August 7, 2015: Human Rights Watch’s researcher sends a communication to Mr. Steve Mabua, Private Secretary to the Minister of Basic Education, stating “I wanted to check once more whether the Minister or other units in her Department will be sending us an official reply to our letter dated 24 June 2015. Unfortunately we are no longer in a position to include it in the final report, but we can ensure it is posted on our website - which we usually do with many official replies.”
August 11, 2015: Human Rights Watch sent a letter of invitation to Minister Angelina Motshekga, requesting a meeting with her and senior representatives of the department, and extending an invitation to the press conference jointly held by Human Rights Watch and the South African Human Rights Commission on 18 August 2015. The Minister’s private secretary informed Human Rights Watch that the Minister was not able to attend the event. Human Rights Watch followed-up to extend the invitation to a senior representative of the department. To date, the Minister of Basic Education has not confirmed a meeting with Human Rights Watch.
August 12, 2015: An official from the department’s Inclusive Education unit informs Human Rights Watch that a letter of response remains in draft form, and Human Rights Watch’s researcher is later informed on August 17, 2015 that the letter has not yet been approved by the Minister’s office. Human Rights Watch notifies the department that it is no longer in a position to include the letter in printed copies of the report, but upon receipt, will post the letter on the website to ensure the government’s response is available –a standard practice for all governments’ responses. To date, an official letter has not yet reached Human Rights Watch.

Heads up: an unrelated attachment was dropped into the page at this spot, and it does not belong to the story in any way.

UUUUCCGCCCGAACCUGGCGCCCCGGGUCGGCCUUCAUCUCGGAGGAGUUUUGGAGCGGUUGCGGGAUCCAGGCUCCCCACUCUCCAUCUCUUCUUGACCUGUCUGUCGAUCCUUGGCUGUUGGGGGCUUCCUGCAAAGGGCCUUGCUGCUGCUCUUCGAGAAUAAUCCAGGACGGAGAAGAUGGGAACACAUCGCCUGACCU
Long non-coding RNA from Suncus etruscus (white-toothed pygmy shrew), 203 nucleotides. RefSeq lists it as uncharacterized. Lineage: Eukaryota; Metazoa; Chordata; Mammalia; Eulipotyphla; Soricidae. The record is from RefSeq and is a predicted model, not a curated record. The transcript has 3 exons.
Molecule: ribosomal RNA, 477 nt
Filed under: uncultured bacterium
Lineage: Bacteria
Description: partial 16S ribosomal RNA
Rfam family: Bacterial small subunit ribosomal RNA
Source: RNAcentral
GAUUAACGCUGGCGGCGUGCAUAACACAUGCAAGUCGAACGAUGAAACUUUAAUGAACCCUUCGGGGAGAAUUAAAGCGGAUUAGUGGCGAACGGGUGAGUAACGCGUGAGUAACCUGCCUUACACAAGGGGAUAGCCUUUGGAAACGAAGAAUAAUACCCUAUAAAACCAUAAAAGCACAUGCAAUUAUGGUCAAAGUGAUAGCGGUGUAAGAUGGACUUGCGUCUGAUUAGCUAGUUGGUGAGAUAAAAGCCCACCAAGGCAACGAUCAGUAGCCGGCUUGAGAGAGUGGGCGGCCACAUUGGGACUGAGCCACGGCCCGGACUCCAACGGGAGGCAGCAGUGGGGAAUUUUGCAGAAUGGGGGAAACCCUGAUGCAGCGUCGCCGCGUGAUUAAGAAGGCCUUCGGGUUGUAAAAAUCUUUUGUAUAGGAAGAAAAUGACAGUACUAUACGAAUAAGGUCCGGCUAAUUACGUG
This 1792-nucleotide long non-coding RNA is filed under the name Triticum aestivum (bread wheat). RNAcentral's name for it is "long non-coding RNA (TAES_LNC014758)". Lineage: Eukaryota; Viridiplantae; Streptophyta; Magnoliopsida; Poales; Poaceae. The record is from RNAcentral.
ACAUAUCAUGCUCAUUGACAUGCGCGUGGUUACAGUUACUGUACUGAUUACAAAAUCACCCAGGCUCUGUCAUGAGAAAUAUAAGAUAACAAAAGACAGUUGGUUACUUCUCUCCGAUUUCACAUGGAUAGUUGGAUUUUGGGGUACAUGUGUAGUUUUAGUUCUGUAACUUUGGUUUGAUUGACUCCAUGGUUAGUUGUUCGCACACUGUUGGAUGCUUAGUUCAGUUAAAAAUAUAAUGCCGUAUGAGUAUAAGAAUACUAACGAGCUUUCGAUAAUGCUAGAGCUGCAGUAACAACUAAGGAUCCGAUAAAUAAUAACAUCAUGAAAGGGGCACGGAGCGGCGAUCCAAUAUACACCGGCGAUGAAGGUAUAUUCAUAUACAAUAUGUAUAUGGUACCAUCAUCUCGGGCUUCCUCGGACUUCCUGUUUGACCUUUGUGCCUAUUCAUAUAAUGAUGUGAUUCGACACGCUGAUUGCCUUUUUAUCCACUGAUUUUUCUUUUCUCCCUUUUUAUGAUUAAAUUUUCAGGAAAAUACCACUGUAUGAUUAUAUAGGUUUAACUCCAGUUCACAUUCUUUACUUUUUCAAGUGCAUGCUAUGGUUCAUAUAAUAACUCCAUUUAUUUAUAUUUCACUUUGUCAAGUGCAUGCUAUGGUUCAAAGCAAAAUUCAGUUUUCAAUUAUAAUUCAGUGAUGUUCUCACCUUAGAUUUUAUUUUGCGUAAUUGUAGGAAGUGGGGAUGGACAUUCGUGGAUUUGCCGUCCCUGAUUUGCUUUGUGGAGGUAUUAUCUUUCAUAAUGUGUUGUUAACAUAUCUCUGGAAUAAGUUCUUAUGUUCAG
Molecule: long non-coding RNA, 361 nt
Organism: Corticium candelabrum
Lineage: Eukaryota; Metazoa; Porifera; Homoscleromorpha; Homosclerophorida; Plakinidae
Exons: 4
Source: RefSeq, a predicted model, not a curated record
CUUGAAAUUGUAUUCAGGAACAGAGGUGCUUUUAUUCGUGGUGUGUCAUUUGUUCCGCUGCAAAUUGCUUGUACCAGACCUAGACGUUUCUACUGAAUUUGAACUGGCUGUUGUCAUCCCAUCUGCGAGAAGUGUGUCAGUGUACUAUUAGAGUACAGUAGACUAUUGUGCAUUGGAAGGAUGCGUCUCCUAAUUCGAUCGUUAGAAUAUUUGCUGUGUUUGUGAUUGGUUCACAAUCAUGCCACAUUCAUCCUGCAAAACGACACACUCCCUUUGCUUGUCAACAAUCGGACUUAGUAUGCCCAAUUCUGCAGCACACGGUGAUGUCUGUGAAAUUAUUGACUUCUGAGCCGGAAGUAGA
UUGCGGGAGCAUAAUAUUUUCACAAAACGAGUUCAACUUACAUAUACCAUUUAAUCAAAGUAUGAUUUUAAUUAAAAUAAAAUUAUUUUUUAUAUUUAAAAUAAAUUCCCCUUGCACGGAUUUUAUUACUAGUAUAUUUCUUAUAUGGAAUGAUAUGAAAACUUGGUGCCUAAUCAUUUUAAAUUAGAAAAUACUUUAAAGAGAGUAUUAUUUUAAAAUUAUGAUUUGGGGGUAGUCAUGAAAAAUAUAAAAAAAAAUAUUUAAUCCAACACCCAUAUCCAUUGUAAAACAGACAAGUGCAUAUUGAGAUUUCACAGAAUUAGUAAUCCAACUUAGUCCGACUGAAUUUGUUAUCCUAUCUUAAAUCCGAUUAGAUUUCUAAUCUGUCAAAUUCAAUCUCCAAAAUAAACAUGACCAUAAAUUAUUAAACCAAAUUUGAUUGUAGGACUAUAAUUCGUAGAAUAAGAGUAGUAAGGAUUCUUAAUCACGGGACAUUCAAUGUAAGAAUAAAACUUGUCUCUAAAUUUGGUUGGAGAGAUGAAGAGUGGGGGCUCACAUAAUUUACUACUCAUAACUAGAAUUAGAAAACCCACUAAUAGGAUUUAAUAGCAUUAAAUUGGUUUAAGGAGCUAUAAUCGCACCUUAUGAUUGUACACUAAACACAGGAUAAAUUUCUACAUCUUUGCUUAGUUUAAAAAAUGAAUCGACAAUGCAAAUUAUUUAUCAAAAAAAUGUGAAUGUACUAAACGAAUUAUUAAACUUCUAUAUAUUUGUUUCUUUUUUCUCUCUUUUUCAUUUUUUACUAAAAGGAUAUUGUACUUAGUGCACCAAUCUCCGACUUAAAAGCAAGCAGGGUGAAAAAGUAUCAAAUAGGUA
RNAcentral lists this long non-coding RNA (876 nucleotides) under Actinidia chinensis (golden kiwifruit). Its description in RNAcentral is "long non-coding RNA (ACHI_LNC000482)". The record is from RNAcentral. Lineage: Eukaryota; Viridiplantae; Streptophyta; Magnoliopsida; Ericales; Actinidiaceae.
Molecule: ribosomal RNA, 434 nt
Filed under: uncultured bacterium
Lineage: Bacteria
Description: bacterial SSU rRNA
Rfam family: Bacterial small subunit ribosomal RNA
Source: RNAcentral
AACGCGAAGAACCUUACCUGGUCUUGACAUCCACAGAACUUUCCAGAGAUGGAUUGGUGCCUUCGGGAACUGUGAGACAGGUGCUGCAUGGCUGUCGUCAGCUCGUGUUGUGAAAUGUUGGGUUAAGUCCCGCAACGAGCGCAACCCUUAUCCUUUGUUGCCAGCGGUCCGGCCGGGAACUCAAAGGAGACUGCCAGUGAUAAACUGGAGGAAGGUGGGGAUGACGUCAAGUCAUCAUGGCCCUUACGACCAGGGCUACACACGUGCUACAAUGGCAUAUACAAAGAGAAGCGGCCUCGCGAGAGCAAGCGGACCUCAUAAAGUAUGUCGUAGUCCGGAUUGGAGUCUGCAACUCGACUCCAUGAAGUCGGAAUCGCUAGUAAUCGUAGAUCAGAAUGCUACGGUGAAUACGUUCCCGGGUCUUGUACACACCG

August 17, 2015: After numerous emails from Human Rights Watch to the department’s spokesperson and the Director General’s office, the department’s spokesperson confirms that Dr. Moses Simelane, director of the department’s Inclusive Education unit, would represent the department at the joint launch.
August 18, 2015: At 5:43 am, the department’s spokesperson informed Human Rights Watch’s researcher that Dr. Simelane “had been deployed to another urgent task and will therefore be unable to attend. The rest of us are in Cape Town on various assignments.” The Department of Basic Education missed an open invitation to share its own perspectives, respond to Human Rights Watch’s findings publicly, and answer key questions on the implementation of its policy on inclusive education.